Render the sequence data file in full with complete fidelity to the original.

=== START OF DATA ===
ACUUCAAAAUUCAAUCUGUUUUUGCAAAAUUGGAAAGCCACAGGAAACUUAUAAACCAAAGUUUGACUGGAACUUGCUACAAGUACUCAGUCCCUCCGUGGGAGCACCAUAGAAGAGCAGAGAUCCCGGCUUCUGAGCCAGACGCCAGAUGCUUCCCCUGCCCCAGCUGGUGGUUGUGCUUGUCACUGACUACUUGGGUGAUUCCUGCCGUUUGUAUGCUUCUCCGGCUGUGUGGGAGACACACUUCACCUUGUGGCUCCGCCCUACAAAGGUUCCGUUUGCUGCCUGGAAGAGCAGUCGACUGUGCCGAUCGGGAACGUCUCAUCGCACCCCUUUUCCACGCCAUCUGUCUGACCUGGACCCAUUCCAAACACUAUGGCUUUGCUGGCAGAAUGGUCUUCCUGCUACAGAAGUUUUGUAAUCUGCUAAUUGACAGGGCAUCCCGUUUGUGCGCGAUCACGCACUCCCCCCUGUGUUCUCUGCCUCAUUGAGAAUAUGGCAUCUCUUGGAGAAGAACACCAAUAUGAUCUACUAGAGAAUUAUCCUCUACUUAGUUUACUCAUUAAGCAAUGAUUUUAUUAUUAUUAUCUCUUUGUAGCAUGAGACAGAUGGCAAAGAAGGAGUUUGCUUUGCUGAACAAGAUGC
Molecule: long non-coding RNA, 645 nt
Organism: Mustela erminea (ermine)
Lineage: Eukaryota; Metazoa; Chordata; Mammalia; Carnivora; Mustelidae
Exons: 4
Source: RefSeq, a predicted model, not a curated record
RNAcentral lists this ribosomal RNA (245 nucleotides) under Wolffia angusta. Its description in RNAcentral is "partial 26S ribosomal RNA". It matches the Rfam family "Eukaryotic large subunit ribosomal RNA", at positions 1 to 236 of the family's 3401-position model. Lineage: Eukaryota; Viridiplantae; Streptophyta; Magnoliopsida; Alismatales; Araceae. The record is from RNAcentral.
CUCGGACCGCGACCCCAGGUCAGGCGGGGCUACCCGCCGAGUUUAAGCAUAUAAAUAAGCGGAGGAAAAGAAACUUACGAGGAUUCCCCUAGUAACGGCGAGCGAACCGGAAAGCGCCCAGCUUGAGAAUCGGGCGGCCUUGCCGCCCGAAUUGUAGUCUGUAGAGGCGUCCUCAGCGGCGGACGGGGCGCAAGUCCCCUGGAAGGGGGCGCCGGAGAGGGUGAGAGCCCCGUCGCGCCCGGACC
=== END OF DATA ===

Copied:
ACUUCAAAAUUCAAUCUGUUUUUGCAAAAUUGGAAAGCCACAGGAAACUUAUAAACCAAAGUUUGACUGGAACUUGCUACAAGUACUCAGUCCCUCCGUGGGAGCACCAUAGAAGAGCAGAGAUCCCGGCUUCUGAGCCAGACGCCAGAUGCUUCCCCUGCCCCAGCUGGUGGUUGUGCUUGUCACUGACUACUUGGGUGAUUCCUGCCGUUUGUAUGCUUCUCCGGCUGUGUGGGAGACACACUUCACCUUGUGGCUCCGCCCUACAAAGGUUCCGUUUGCUGCCUGGAAGAGCAGUCGACUGUGCCGAUCGGGAACGUCUCAUCGCACCCCUUUUCCACGCCAUCUGUCUGACCUGGACCCAUUCCAAACACUAUGGCUUUGCUGGCAGAAUGGUCUUCCUGCUACAGAAGUUUUGUAAUCUGCUAAUUGACAGGGCAUCCCGUUUGUGCGCGAUCACGCACUCCCCCCUGUGUUCUCUGCCUCAUUGAGAAUAUGGCAUCUCUUGGAGAAGAACACCAAUAUGAUCUACUAGAGAAUUAUCCUCUACUUAGUUUACUCAUUAAGCAAUGAUUUUAUUAUUAUUAUCUCUUUGUAGCAUGAGACAGAUGGCAAAGAAGGAGUUUGCUUUGCUGAACAAGAUGC
Molecule: long non-coding RNA, 645 nt
Organism: Mustela erminea (ermine)
Lineage: Eukaryota; Metazoa; Chordata; Mammalia; Carnivora; Mustelidae
Exons: 4
Source: RefSeq, a predicted model, not a curated record
RNAcentral lists this ribosomal RNA (245 nucleotides) under Wolffia angusta. Its description in RNAcentral is "partial 26S ribosomal RNA". It matches the Rfam family "Eukaryotic large subunit ribosomal RNA", at positions 1 to 236 of the family's 3401-position model. Lineage: Eukaryota; Viridiplantae; Streptophyta; Magnoliopsida; Alismatales; Araceae. The record is from RNAcentral.
CUCGGACCGCGACCCCAGGUCAGGCGGGGCUACCCGCCGAGUUUAAGCAUAUAAAUAAGCGGAGGAAAAGAAACUUACGAGGAUUCCCCUAGUAACGGCGAGCGAACCGGAAAGCGCCCAGCUUGAGAAUCGGGCGGCCUUGCCGCCCGAAUUGUAGUCUGUAGAGGCGUCCUCAGCGGCGGACGGGGCGCAAGUCCCCUGGAAGGGGGCGCCGGAGAGGGUGAGAGCCCCGUCGCGCCCGGACC